During the 2021 SAFETY4SEA Virtual Forum, Panel 4 discussed about maritime piracy in the era of COVID-19. The panelists shared their thoughts the current regulatory framework to mitigate piracy risks, as well as what they believe are the key challenges concerning maritime security, and how could the industry improve reporting of the undetected illicit activities.
eginning the discussion the panelists agreed that COVID-19 has of course affected shipping, meaning that piracy has changed its ways as well. More specifically, Munro Anderson, Dryad Global, Founding Partner, explained that:
Challenges are finding a way to take place around hot spots, especially since there are problems in effective regulation
However, Lt. CDR. Diego Cánovas-Cánovas, European Union Naval Force Operation Atalanta, Interagency and Shipping Advisor, Coordinator, added another aspect and that is the fact that industry needs a new maritime security architecture and to develop information sharing network.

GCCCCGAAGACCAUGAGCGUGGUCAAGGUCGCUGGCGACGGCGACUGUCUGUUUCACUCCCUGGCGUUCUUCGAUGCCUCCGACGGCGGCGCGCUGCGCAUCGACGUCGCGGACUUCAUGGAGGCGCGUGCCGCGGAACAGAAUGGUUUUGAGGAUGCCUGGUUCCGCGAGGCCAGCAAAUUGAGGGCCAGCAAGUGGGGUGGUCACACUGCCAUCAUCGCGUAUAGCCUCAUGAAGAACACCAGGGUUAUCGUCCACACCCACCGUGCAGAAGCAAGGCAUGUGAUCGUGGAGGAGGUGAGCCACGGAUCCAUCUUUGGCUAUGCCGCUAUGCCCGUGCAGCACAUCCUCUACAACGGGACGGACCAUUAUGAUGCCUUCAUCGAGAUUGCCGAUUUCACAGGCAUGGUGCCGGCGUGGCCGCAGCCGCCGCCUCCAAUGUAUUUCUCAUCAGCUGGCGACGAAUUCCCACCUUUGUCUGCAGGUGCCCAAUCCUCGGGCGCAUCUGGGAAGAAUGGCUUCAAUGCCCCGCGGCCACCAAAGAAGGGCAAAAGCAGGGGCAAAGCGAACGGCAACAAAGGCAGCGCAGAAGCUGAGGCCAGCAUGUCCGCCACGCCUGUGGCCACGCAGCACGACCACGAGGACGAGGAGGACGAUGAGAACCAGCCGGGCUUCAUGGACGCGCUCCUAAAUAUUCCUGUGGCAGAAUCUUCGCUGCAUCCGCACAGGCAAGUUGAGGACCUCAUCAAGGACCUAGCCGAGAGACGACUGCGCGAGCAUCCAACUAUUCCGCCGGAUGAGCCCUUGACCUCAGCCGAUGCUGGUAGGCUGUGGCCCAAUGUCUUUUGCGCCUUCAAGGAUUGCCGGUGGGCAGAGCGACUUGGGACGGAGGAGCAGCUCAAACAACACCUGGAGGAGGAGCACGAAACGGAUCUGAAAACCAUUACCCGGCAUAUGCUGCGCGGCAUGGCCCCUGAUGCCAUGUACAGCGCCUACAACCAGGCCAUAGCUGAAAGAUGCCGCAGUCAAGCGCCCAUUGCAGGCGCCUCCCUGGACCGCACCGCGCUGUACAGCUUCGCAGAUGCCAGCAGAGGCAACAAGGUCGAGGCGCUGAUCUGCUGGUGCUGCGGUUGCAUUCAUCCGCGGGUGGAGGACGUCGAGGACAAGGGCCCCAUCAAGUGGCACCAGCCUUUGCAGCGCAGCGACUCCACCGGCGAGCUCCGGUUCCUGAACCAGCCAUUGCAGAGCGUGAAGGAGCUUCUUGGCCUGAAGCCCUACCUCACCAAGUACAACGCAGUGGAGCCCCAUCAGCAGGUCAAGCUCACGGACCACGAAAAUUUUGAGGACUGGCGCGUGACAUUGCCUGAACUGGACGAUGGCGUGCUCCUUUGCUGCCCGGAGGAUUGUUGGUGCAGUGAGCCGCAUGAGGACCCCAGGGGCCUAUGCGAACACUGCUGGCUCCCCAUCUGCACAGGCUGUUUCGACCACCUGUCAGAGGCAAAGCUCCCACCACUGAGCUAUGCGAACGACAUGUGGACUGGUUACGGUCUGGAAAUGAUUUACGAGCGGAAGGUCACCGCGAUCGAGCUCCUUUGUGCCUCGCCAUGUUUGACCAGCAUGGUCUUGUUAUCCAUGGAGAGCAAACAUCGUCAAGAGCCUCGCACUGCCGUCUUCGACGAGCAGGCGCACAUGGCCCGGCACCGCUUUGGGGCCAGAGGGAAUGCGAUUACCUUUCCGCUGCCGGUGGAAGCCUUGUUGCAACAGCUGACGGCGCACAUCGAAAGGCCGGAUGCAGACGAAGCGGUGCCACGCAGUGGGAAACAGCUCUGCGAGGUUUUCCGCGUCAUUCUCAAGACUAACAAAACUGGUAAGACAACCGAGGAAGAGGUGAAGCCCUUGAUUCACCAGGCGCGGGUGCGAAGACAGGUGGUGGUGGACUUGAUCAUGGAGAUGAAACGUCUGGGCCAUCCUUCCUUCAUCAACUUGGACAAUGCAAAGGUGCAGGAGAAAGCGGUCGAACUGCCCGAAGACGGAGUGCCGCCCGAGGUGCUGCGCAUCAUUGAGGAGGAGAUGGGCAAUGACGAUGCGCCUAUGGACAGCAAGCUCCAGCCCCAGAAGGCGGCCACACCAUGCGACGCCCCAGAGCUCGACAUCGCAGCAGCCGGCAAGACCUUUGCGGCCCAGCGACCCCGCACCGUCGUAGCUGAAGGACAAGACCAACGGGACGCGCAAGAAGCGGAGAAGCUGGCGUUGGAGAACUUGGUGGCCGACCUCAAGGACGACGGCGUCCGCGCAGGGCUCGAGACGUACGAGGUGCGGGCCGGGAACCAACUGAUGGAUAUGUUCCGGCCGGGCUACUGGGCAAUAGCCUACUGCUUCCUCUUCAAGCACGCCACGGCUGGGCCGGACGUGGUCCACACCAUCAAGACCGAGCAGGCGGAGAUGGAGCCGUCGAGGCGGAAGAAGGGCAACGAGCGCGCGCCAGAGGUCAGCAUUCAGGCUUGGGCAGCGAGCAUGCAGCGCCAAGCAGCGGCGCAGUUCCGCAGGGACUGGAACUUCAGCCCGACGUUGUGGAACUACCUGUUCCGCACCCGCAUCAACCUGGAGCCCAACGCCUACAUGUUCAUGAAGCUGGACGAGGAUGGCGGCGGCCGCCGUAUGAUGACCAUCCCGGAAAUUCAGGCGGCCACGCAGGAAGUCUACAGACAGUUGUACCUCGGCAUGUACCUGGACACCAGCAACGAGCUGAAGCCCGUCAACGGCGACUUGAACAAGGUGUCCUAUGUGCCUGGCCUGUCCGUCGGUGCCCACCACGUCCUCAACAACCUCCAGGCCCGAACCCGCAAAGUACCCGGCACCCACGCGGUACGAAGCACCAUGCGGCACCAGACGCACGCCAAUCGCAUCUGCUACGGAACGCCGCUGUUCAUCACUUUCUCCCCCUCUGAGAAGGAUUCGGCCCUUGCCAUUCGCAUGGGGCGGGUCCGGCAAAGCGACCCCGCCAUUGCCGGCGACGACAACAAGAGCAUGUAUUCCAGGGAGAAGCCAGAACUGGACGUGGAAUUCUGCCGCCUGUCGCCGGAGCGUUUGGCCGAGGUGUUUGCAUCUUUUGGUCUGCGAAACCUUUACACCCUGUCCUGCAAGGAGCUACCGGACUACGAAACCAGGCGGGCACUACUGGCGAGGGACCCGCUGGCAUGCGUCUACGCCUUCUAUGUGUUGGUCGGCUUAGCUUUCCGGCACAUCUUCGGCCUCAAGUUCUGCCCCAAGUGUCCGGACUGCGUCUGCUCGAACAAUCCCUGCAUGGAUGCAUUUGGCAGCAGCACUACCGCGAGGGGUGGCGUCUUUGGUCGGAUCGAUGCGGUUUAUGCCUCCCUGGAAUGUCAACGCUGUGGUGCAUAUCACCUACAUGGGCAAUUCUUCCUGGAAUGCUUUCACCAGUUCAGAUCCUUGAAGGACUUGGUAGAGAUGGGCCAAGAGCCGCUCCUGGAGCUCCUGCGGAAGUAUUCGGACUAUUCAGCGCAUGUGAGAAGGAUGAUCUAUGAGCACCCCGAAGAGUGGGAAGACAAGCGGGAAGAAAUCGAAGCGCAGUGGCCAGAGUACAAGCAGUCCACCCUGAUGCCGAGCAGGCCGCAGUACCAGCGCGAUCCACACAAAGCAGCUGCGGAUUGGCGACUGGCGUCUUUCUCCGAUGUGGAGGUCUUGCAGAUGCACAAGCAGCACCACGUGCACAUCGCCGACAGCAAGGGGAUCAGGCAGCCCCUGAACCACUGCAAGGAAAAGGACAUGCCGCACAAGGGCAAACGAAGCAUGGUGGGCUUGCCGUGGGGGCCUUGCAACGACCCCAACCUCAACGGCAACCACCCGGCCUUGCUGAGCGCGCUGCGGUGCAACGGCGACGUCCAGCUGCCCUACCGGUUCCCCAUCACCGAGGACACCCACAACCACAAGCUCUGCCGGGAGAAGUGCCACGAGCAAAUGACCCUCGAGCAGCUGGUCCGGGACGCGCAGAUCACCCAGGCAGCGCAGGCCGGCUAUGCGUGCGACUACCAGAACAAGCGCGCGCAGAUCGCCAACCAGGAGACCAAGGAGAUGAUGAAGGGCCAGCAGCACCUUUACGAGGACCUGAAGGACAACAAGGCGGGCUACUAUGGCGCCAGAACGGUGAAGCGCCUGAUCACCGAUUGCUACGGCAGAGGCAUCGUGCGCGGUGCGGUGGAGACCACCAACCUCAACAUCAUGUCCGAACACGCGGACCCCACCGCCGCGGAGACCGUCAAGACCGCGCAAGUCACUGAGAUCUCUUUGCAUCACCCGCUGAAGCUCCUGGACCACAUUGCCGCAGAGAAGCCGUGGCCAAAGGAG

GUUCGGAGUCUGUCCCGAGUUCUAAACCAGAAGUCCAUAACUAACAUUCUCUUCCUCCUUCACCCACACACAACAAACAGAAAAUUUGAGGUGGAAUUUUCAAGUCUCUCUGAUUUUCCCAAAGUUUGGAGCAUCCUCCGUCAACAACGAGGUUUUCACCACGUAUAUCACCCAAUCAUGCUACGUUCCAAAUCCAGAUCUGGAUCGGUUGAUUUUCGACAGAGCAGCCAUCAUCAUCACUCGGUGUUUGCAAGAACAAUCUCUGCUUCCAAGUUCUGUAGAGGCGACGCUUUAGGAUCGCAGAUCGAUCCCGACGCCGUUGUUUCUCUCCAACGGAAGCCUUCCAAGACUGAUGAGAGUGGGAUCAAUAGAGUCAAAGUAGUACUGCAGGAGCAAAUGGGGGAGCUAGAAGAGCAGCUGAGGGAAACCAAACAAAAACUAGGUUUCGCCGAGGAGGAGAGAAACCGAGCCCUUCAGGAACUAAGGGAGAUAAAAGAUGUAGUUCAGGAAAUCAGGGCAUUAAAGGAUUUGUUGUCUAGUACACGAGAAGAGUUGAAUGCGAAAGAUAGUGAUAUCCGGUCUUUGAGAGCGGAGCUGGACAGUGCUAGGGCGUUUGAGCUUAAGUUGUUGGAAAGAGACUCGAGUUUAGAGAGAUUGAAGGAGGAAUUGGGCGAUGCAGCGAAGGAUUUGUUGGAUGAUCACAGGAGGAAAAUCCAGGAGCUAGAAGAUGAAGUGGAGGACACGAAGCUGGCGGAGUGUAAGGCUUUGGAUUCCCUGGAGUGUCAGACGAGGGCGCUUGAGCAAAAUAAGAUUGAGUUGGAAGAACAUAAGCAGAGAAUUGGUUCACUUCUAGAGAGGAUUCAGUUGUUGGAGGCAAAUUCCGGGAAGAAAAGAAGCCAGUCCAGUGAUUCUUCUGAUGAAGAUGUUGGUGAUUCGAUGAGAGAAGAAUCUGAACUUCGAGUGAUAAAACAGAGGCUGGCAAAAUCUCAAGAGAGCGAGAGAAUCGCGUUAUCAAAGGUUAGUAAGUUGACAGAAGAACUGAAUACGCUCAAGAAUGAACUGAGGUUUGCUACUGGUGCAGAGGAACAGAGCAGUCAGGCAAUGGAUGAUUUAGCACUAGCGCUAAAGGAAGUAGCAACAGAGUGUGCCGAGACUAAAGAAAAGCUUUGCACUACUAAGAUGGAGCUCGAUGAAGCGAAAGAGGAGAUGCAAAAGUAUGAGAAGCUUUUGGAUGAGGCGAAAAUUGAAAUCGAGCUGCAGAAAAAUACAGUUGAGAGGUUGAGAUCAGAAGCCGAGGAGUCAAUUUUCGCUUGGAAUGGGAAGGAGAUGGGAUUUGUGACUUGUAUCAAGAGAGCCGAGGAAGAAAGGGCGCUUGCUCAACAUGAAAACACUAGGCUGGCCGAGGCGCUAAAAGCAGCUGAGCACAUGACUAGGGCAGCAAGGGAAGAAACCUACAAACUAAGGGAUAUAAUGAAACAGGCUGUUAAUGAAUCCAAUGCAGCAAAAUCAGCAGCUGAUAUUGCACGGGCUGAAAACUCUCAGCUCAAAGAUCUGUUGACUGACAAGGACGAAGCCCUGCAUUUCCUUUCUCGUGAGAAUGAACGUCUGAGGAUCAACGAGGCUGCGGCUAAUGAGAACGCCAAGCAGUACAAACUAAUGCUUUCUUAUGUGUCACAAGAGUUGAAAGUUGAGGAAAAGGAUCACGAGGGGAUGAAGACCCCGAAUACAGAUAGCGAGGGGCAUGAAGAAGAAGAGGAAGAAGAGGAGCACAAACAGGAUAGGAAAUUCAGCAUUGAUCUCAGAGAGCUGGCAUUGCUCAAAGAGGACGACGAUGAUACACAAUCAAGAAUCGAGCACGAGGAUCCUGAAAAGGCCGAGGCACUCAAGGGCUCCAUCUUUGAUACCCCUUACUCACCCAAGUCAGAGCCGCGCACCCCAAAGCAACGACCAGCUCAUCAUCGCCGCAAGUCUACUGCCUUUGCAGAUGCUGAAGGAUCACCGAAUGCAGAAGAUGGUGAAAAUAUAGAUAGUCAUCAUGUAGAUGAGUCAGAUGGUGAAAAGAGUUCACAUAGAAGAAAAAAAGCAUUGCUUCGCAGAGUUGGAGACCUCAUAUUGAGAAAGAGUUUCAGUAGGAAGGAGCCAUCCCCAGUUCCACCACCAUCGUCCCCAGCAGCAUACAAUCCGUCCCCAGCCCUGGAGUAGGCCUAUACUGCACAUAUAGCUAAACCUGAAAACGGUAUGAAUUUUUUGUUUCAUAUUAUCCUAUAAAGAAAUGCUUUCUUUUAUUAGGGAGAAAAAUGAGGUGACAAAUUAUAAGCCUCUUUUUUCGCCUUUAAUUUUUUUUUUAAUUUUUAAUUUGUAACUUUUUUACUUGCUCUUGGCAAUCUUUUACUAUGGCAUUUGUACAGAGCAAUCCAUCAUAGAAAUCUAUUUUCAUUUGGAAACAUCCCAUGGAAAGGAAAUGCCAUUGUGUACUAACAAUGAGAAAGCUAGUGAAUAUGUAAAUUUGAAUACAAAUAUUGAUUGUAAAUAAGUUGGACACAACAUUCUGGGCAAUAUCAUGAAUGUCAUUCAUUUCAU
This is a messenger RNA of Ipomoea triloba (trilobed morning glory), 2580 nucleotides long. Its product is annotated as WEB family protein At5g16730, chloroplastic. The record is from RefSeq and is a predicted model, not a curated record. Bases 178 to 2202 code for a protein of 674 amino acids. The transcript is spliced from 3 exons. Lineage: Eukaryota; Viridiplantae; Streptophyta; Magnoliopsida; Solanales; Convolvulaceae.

As he explained:
If we do not have good info share network, we cannot control some areas effectively, and that means that piracy there will be more prevalent
Of course, if COVID-19 has taught us something, is that health must be a priority, and that is where Capt. Kostas Bourliaskos, Latsco Marine Management Inc, CSO, also focuses on. As he noted, there are many challenges in ensuring crew’s health, especially when private maritime security comes onboard.
You cannot always be sure about whether the crew from these companies are tested when embarking, so segregation between them and the seafarers is necessary